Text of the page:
Sunday, June 15, 2008
Philip H. Krapf: What Happened? Part Two
As explained in Part One, Philip H. Krapf was a journalist who claimed he had been abducted in June 1997 by aliens called Verdants. He was appointed a Deputy Envoy by the ETs. His mission was to write a white paper about his experience. That project ended up becoming his book, The Contact Has Begun, published in 1998.
Krapf was retired from the LA Times. As he speculates in TCHB, maybe his abduction experience was related to being older with plenty of free time. Why would he undergo such personal paradigm shifts? His encounter changes him from a UFO skeptic who becomes a believer in aliens, announcing they’re here. Once atheistic/agnostic, he’s challenged that by the Verdants’s statement that God really exists and each being can live on after death.
What I find fascinating are the parallels between his normal, earthbound life and his incredible relationship with the Verdants. I’ve never met Krapf and all I’ve ever seen is a headshot of him on the back cover of TCHB. But reading between the lines in his book, he seems to be like most older men, struggling with his weight.
I know, that’s an oddball aspect to consider, but in one scene aboard the alien spacecraft he’s served a meal by the Verdants. He hesitates to eat dessert – a banana cream pie - because of the extra calories. But the ETs tell him that it’s special food, made from processed vegetable matter. His body will only take in the calories it needs and the rest will be discarded. After hearing this, Krapf digs in. (I know I would if I was offered such a wonder food.)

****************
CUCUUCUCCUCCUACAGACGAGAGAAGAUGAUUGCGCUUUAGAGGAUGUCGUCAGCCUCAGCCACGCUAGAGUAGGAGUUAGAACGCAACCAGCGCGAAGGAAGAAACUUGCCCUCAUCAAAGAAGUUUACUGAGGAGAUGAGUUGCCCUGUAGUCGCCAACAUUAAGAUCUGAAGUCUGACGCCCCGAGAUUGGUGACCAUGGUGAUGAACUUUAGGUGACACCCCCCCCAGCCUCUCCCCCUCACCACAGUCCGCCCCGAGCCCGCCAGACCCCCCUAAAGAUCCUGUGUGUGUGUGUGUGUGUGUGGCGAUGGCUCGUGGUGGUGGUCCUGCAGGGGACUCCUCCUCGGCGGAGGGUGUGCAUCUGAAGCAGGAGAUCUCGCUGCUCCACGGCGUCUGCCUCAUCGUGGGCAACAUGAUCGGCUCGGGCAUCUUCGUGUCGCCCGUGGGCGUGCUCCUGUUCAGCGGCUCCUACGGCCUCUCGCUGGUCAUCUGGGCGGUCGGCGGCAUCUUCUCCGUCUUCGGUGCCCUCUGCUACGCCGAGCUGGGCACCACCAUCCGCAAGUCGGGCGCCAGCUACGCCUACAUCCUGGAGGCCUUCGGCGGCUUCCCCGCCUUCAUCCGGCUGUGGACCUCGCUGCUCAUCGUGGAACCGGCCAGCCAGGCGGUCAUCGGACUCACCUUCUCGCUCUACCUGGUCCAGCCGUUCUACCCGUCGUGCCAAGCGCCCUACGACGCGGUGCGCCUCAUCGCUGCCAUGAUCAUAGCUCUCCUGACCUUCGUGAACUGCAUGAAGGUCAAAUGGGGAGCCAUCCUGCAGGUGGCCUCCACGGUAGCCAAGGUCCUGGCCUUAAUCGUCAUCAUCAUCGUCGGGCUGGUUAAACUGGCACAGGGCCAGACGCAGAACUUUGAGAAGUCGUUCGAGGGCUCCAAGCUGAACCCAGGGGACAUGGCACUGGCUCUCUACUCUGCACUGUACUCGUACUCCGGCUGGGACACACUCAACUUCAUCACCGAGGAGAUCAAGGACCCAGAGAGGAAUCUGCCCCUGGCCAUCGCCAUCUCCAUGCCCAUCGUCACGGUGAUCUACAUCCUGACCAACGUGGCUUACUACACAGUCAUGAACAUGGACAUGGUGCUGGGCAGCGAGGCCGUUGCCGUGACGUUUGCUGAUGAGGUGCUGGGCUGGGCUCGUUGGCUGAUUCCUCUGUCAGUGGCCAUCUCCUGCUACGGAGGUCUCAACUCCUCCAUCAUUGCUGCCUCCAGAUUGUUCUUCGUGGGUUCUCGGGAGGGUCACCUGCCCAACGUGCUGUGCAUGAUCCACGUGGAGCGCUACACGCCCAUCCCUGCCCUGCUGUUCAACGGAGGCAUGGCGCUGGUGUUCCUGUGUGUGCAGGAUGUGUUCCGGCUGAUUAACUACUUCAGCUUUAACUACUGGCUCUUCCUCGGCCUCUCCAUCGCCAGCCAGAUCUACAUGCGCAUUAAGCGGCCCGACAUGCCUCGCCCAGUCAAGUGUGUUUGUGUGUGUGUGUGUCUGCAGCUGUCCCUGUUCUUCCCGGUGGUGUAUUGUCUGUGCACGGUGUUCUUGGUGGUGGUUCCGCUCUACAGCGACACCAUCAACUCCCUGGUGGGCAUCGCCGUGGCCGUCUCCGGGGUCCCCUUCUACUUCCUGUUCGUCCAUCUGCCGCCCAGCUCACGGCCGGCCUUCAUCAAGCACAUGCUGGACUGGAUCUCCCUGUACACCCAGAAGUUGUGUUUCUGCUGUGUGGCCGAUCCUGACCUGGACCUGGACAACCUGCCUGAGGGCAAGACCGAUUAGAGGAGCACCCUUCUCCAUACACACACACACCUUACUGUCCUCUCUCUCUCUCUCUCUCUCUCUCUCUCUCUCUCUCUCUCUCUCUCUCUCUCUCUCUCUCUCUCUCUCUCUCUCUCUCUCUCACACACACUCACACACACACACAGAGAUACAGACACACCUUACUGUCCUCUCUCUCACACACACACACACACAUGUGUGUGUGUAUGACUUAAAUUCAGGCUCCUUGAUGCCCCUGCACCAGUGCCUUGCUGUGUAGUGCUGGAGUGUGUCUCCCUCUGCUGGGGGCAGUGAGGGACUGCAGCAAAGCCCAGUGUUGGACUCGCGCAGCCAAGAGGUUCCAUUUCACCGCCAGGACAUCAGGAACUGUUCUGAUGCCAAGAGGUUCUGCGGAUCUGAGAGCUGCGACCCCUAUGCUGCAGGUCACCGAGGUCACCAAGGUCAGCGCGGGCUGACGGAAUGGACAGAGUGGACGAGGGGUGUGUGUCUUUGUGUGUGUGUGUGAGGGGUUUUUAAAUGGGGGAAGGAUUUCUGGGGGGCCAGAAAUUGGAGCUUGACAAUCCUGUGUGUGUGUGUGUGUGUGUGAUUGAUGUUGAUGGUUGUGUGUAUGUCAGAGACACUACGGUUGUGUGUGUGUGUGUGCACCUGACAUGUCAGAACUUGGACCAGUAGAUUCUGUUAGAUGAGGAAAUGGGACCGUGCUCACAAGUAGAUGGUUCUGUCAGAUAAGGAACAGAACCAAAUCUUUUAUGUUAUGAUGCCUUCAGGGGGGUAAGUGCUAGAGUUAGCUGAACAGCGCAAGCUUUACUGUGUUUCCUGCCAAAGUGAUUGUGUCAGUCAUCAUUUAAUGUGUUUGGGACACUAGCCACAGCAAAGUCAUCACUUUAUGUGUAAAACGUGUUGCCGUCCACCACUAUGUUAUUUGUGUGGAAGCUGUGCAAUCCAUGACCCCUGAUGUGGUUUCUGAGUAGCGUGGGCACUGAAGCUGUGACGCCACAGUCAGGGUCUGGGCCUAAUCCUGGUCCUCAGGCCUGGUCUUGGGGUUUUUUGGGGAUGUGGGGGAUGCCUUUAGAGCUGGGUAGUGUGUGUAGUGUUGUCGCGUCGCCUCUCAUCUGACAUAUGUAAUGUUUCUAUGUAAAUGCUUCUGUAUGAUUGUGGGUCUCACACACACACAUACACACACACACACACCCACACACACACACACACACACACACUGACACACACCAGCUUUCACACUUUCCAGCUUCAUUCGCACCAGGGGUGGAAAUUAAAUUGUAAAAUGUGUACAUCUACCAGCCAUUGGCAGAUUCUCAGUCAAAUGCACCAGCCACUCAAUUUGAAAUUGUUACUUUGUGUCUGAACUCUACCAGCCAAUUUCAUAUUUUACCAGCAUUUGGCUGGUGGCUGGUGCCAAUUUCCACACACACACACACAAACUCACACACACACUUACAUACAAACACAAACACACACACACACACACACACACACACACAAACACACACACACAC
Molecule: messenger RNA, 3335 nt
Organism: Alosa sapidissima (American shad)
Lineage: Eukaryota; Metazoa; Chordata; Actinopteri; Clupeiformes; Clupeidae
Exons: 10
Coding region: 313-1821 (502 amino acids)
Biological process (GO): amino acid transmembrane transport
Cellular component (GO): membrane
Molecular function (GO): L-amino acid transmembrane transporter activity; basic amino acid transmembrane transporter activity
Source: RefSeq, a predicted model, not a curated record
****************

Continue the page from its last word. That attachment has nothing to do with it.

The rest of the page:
But the major parallel is Krapf’s career history and the special role chosen for him by the Verdants. Krapf worked his way up from a reporter to an editor. A considerable accomplishment, but he never made it into the top level of the LA Times.
The Verdants tell him that one of their Ambassadors is a higher-up in the LA Times organization. Ambassadors are the leaders, the big movers-and-shakers. Krapf is only given the role of a Deputy Envoy.
Editors are important to the function of a newspaper, but they’re not regarded with the same status as a publisher or owner. Even though he’s just a Deputy Envoy – an alien contact worker ant, if you will - Krapf’s participation is still vital. He has to write a book to prepare mankind for the startling announcements that will be coming from the Ambassadors throughout the world.
So while the Ambassadors hide their identities until the proper time, Krapf has to face ridicule and rejection because of his “crazy” book. He’s on the front lines while the generals are up on the hillside, safely out of sight.
I don’t know what happened to Philip Krapf. TCHB can be analyzed outside of the question whether his abduction was “real” or not. It’s ironical either way that his role as a Deputy Envoy proves that someone who only attained a lower level position still carries out an important duty.
(NOTE: I’ve never heard of Krapf until I read his book, The Contact Has Begun. Through a quick Google search I’m aware that Krapf did write a sequel and even had a website at one time. Maybe I’ll write more about Krapf post TCHB. But for this article I’m just concentrating TCHB as a stand-alone work, my first impressions of the author and his story.)
Posted by Ray Palm (Ray X) at 3:00 AM